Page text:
BEEP – HackTheBox Walkthrough

Hello Friends, Today I am here with a new HTB machine.

This machine was pretty easy. The main goal is to get root flag.

Here we will be learning about a specific vulnerability called Local File Inclusion.

I didn’t use much of the tools to pwn this machine.

#nmap -sSV -T5 -p- –allports

There are a lot of service running on the host


22/tcp    open  ssh        OpenSSH 4.3 (protocol 2.0)

25/tcp    open  smtp       Postfix smtpd

80/tcp    open  http       Apache httpd 2.2.3

110/tcp   open  pop3       Cyrus pop3d 2.3.7-Invoca-RPM-2.3.7-7.el5_6.4

111/tcp   open  rpcbind    2 (RPC #100000)

143/tcp   open  imap       Cyrus imapd 2.3.7-Invoca-RPM-2.3.7-7.el5_6.4

443/tcp   open  ssl/https?

878/tcp   open  status     1 (RPC #100024)

993/tcp   open  ssl/imap   Cyrus imapd

995/tcp   open  pop3       Cyrus pop3d

3306/tcp  open  mysql      MySQL (unauthorized)

4190/tcp  open  sieve      Cyrus timsieved 2.3.7-Invoca-RPM-2.3.7-7.el5_6.4 (included w/cyrus imap)

4445/tcp  open  upnotifyp?

4559/tcp  open  hylafax    HylaFAX 4.3.10

5038/tcp  open  asterisk   Asterisk Call Manager 1.1

10000/tcp open  http       MiniServ 1.570 (Webmin httpd)


I did a dirb scan to find the directories but before checking the ports and services, I did a quick google search about Elastix and its vulnerabilities. Then I came across this Local File inclusion in Elastix 2.2.0

So, what is a Local File Inclusion (LFI) vulnerability?

LFI is often found in poorly written web applications. These vulnerabilities occur when a web application allows the user to submit input into files or upload files to the server.

You can find more about  LFI here

I opened the exploit from Exploit DB and was going through the code. I found that it affects Vtiger CRM.

Here I checked whether this page has Vtiger CRM

Okay, now I probably found something interesting without using dirbuster. Here I can see the Vtiger CRM 5.1.0. Again, google is a savior here, I checked for Vtiger CRM exploit.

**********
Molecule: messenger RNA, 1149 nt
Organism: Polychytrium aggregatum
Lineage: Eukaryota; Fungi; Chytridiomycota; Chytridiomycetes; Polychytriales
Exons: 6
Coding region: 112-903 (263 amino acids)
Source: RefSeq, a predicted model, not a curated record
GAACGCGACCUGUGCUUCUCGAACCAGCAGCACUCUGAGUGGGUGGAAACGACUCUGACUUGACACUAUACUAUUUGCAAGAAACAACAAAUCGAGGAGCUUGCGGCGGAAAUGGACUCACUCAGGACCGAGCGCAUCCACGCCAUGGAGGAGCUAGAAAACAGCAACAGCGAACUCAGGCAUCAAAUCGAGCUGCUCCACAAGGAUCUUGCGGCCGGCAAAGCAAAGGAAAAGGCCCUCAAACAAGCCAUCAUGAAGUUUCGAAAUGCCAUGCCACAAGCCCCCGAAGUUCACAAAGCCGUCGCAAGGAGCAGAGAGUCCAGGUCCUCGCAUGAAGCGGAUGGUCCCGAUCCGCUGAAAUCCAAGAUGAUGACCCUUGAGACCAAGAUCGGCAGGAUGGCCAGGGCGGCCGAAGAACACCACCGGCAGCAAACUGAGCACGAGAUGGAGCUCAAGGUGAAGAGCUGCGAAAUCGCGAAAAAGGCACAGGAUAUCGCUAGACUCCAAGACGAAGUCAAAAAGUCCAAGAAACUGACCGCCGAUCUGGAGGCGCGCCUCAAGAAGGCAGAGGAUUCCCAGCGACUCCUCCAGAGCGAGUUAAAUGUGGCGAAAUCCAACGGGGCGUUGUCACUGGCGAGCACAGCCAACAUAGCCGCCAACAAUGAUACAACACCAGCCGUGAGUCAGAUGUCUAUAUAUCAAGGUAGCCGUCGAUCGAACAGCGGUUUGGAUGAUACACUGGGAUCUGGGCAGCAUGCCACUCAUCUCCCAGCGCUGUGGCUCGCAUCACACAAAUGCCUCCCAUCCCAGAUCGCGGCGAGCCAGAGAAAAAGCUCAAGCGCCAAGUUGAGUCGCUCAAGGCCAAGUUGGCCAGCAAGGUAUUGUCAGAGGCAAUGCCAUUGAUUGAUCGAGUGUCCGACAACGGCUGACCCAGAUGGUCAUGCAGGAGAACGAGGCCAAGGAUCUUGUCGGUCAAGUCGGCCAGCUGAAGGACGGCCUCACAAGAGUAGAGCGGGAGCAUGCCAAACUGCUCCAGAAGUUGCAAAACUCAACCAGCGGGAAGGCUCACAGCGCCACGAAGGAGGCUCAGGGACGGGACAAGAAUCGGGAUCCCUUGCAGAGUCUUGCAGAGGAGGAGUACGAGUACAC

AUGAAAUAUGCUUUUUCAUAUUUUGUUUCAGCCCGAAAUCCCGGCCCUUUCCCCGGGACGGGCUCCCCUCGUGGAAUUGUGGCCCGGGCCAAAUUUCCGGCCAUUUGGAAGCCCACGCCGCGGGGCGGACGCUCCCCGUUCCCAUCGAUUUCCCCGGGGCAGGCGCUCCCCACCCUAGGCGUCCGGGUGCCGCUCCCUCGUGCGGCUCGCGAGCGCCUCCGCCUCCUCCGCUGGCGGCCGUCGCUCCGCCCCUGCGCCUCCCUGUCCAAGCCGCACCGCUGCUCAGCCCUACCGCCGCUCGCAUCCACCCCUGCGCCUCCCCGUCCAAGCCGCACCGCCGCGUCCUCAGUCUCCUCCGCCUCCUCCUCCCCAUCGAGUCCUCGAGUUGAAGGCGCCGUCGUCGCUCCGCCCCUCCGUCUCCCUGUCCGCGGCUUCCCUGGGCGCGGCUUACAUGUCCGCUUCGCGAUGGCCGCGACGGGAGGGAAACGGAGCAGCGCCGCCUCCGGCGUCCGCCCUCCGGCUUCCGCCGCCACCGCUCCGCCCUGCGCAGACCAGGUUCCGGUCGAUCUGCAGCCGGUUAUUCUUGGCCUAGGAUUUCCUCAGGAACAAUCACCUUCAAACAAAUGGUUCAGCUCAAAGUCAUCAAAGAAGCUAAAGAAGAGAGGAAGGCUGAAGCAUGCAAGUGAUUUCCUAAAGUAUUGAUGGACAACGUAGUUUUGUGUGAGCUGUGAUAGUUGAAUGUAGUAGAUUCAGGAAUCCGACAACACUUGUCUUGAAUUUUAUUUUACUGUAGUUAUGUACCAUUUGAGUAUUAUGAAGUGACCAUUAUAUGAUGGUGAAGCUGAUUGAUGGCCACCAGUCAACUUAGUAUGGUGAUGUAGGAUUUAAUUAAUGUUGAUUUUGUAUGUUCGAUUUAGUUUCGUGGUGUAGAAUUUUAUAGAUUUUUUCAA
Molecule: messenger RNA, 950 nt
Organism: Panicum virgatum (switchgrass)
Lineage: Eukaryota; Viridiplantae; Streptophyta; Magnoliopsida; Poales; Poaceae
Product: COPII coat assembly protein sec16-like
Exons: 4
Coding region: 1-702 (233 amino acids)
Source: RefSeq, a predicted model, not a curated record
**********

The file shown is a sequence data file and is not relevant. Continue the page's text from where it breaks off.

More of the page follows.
Before trying the Vtiger CRM SOAP exploit, I decided to use the Elastix LFI Exploit and see what result we get. I used the LFI exploit. I always wished not to use the Metasploit and pwn a vulnerable machine. So, this was my right chance.

After taking a glance at the page source  I found ,



# AMPDBNAME=asterisk


# AMPDBPASS=amp109







Now digging more at the source, I found something interesting “ jEhdIekWmdjE “

As you can see in the below screenshot, this password is mentioned in multiple places.

I didn’t want to spend any more time attempting to brute force usernames and passwords. Instead, I just picked up the password and tried my luck whether I would get SSH using this password.

#ssh root@

But it threw an error                       

Unable to negotiate with port 22: no matching key exchange method found. Their offer: diffie-hellman-group-exchange-sha1,diffie-hellman-group14-sha1,diffie-hellman-group1-sha1

So, I used the key exchange to resolve the issue

#ssh -oKexAlgorithms=+diffie-hellman-group1-sha1 root@

Finally, I got the root access…! Now, all I have to do is  finding the flag

94812bd3b0622f1228481fdd9ea7054b- that’s the flag.

This was the first machine I pwned without using Metasploit.

 Hint: You can still use Metasploit and do privilege escalation with Nmap